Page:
The 'Obama Effect' in Germany

In case you hadn't noticed, there is a full fledged, trans-atlantic kerfluffle going on over Barack Obama's request to deliver a major address at Berlin's Brandenburg Gate - a cold war icon but now a symbol of a re-united Germany.

The government of Chancellor Angela Merkel is fearful of offending the other potential president in the race, John McCain, while also being cognizant of offending the Bush administration who may see the German's deference to Obama as a sign they can't wait for Bush to be out of office.

This may be true. And it is also true that the ignorant German public is wild for Obama, guaranteeing tens of thousands of people for any speech he might give in such a classic venue.

But even some members of Merkel's governing party see an upside to allowing Obama to speak. They hope that the Democrat's celebrity rubs off on them and that they bask in the glow of the messiah's popularity.

Obama for his part is eager to stand in the place that Kennedy and Reagan stood when they made their earth shaking speeches. To think that this beginner, this piker has the gall to compare himself to either of those two men should strike a little fear in the hearts of American voters. That, and Obama's curious and disturbing attraction to mass rallies that are reminiscent more of dictatorships than democracies.

Hubris and megalomania are two qualities most Americans don't want in their president.

It appears that the mayor of Berlin is moving toward granting Obama's wish. Mayor Klaus Wowereit
said yesterday that "We will prepare a warm welcome for him and will undertake all measures necessary so that he can deliver his message in Berlin." With that sentiment being echoed throughout the German government and even among opposition parties, it seems likely that on July 24, Barack Obama will stand where giants before him stood and speak to all of Europe. Whether he has anything substantive to say is doubtful.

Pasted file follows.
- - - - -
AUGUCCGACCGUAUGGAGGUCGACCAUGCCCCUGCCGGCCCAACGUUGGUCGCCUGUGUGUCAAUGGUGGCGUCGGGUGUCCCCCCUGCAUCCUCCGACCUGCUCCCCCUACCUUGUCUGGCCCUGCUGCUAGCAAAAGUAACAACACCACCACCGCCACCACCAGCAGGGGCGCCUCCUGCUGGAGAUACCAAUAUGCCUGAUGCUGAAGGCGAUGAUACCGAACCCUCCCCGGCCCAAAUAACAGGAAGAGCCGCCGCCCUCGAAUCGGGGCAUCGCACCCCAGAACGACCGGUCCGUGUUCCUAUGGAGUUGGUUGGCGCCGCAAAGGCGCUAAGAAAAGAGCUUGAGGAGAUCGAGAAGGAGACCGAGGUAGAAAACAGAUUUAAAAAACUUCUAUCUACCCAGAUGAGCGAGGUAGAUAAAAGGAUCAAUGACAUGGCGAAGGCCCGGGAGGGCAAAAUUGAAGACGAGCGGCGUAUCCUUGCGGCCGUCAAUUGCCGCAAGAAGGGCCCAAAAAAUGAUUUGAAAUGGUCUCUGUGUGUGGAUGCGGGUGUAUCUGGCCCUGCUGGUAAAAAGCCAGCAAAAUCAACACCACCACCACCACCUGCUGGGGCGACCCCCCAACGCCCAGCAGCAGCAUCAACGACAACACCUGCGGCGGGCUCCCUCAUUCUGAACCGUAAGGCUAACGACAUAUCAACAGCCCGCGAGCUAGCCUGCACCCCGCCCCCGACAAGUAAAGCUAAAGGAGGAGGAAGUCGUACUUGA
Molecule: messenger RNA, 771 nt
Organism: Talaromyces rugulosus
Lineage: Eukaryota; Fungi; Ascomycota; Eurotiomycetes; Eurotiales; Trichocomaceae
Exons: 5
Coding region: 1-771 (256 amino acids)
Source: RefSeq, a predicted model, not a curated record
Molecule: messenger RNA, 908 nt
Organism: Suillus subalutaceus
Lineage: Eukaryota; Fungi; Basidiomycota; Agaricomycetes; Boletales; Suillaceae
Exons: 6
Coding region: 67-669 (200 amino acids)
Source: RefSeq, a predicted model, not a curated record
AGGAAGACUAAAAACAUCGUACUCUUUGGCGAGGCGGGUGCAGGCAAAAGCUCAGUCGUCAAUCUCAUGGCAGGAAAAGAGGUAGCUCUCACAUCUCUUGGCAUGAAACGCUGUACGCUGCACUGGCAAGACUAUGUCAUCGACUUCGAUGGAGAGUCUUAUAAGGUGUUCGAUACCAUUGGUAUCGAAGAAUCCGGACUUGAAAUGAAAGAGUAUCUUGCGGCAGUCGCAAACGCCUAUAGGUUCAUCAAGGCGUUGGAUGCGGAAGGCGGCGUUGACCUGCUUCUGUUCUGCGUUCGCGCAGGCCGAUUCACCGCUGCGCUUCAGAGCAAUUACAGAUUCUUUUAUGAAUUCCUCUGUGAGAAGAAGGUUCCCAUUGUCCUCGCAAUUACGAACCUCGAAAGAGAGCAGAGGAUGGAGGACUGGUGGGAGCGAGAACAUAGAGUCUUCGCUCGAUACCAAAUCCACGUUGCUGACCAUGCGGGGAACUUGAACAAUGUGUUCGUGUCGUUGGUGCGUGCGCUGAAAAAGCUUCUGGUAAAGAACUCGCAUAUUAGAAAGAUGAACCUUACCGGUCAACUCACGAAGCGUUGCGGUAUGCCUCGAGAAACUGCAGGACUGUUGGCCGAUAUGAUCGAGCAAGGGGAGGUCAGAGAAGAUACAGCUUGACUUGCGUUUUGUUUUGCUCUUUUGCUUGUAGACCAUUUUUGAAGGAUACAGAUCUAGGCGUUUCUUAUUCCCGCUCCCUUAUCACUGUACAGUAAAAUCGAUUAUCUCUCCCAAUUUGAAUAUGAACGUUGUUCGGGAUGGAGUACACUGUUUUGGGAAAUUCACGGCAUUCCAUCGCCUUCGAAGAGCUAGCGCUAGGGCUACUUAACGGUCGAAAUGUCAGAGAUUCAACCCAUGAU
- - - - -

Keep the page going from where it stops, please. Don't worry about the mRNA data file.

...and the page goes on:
That won't matter as his easy platitudes and soothing rhetoric will cause the usual overhyped reaction and the Europeans will proclaim him the second coming of JFK.

Things just keep getting rougher for McCain. Now he has to contend with most of the free world instead of just his Democratic opponent.
In case you hadn't noticed, there is a full fledged, trans-atlantic kerfluffle going on over Barack Obama's request to deliver a major address at Berlin's Brandenburg Gate - a cold war icon but now a symbol of a re-united Germany.

The government of Chancellor Angela Merkel is fearful of offending the other potential president in the race, John McCain, while also being cognizant of offending the Bush administration who may see the German's deference to Obama as a sign they can't wait for Bush to be out of office.

This may be true. And it is also true that the ignorant German public is wild for Obama, guaranteeing tens of thousands of people for any speech he might give in such a classic venue.

But even some members of Merkel's governing party see an upside to allowing Obama to speak. They hope that the Democrat's celebrity rubs off on them and that they bask in the glow of the messiah's popularity.

Obama for his part is eager to stand in the place that Kennedy and Reagan stood when they made their earth shaking speeches. To think that this beginner, this piker has the gall to compare himself to either of those two men should strike a little fear in the hearts of American voters. That, and Obama's curious and disturbing attraction to mass rallies that are reminiscent more of dictatorships than democracies.

Hubris and megalomania are two qualities most Americans don't want in their president.

It appears that the mayor of Berlin is moving toward granting Obama's wish. Mayor Klaus Wowereit
said yesterday that "We will prepare a warm welcome for him and will undertake all measures necessary so that he can deliver his message in Berlin." With that sentiment being echoed throughout the German government and even among opposition parties, it seems likely that on July 24, Barack Obama will stand where giants before him stood and speak to all of Europe. Whether he has anything substantive to say is doubtful.

That won't matter as his easy platitudes and soothing rhetoric will cause the usual overhyped reaction and the Europeans will proclaim him the second coming of JFK.

Things just keep getting rougher for McCain. Now he has to contend with most of the free world instead of just his Democratic opponent.